Brave New World Parallels Essay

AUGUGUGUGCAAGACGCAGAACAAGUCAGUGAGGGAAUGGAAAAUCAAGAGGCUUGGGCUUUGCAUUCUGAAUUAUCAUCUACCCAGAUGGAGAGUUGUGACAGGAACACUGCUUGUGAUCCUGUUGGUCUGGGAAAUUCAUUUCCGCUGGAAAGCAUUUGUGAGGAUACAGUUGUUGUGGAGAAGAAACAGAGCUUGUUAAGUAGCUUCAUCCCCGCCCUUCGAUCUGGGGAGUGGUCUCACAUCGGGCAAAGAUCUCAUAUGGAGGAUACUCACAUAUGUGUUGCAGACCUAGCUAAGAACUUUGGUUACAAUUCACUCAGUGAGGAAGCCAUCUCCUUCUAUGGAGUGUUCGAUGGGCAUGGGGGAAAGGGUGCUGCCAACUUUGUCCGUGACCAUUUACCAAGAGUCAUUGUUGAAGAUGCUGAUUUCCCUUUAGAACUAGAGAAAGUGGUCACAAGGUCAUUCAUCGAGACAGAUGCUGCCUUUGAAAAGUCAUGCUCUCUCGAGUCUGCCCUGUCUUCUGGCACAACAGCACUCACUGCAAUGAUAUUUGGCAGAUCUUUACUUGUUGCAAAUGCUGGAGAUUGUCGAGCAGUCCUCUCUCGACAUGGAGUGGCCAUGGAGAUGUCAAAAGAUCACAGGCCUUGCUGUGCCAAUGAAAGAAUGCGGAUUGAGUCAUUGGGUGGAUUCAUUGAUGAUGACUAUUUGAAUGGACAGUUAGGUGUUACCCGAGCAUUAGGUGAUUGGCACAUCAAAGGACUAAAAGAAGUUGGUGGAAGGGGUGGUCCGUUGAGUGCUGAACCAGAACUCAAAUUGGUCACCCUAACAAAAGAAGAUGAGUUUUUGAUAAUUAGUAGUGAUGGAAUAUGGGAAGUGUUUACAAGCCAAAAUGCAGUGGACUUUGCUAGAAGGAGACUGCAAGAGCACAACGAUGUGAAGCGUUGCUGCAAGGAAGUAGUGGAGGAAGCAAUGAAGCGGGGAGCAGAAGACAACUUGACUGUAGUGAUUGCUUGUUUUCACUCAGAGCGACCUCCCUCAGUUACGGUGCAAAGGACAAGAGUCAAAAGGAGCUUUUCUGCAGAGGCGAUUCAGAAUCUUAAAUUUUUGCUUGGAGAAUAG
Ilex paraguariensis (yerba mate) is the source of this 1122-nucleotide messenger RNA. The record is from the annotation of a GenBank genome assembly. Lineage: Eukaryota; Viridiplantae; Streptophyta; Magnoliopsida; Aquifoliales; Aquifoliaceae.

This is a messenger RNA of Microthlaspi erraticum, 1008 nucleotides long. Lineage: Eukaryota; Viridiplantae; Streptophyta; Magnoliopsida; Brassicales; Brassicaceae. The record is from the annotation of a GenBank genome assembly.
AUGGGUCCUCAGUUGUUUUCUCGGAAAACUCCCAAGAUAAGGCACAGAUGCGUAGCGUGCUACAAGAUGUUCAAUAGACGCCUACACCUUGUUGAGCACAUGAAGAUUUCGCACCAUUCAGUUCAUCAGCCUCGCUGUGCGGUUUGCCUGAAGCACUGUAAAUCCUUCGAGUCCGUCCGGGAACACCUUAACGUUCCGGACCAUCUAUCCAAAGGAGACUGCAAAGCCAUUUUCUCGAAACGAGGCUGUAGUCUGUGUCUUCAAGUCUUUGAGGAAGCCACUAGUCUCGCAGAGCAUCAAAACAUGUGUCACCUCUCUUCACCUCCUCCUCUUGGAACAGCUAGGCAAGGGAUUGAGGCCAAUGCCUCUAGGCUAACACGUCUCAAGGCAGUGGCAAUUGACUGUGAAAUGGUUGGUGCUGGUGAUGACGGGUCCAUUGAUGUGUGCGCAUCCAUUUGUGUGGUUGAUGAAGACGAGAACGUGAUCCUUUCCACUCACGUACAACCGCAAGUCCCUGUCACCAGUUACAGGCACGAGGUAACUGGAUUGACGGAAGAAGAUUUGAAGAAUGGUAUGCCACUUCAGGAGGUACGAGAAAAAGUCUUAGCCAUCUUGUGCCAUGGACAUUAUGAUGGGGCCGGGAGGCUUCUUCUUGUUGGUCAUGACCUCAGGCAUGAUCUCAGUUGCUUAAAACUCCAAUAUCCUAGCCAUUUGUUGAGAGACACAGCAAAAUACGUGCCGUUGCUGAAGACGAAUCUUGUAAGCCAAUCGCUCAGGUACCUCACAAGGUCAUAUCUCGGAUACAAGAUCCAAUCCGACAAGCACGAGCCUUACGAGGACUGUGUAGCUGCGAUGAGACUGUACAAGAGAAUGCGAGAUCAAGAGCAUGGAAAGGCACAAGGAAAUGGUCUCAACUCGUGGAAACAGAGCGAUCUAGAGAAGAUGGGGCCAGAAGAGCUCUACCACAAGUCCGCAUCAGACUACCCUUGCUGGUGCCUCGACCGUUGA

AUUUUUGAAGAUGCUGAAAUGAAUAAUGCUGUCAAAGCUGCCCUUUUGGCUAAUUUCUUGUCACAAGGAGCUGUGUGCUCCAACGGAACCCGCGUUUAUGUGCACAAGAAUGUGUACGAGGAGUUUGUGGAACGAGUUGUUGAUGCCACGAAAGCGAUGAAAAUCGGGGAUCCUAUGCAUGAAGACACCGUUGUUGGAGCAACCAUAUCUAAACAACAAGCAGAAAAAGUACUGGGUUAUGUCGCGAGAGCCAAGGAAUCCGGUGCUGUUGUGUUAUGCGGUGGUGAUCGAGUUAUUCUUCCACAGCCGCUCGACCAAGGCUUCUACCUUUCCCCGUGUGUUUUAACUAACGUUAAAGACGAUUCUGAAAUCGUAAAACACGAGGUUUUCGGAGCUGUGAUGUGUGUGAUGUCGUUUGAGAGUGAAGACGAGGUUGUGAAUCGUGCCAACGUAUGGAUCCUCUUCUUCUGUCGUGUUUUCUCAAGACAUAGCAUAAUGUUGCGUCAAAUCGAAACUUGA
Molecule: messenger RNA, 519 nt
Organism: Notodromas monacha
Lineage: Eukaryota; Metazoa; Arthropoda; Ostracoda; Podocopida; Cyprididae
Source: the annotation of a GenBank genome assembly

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Brave New World Parallels Aldous Huxley’s tale, Brave New World, tells the story of a society trapped in their obsession for technology. In the futuristic London setting, people are forced to sacrifice individual freedoms and privacy in exchange for everlasting stability. There are many eerily accurate predictions to our modern lifestyle made throughout the course of the reading. At first, we viewed the problems that the protagonists of Brave New World encountered 80 years ago as just ink on sheets of Huxley’s paper, but now these fictional problems have become real issues that we as citizens of the United States are facing. In the heart of the Silicon Valley, the demand for people with degrees in science, technology, engineering or mathematics (STEM) is clear. It seems as if everyone college student in the Bay Area has a start-up that needs an army of engineers ready to accelerate product growth. At the same juncture, we see a deep disgust for those with degrees in the liberal arts. This epidemic exists not just in the heart of the tech industry, but all over the United States, programmers who can code in Python now replace poets and philosophers. Freelance photographers are a dime-a-dozen with the rapid production of advanced (and affordable) digital cameras; and websites like YouTube have made theatre, archaic. Pablo Friere described the education system best when he stated that teachers are the depositors who dispense information into the students, who are the vessels. In return, the students become sponges for information that are unable to think critically, but rather just regurgitate whatever they have learned. While the D.H.C. regulated the recreational use of soma in London to induce a state of euphoria, the use of prescription drugs in modern medicine play the same role. Millions of Americans are dependent on prescription drugs, the demand for
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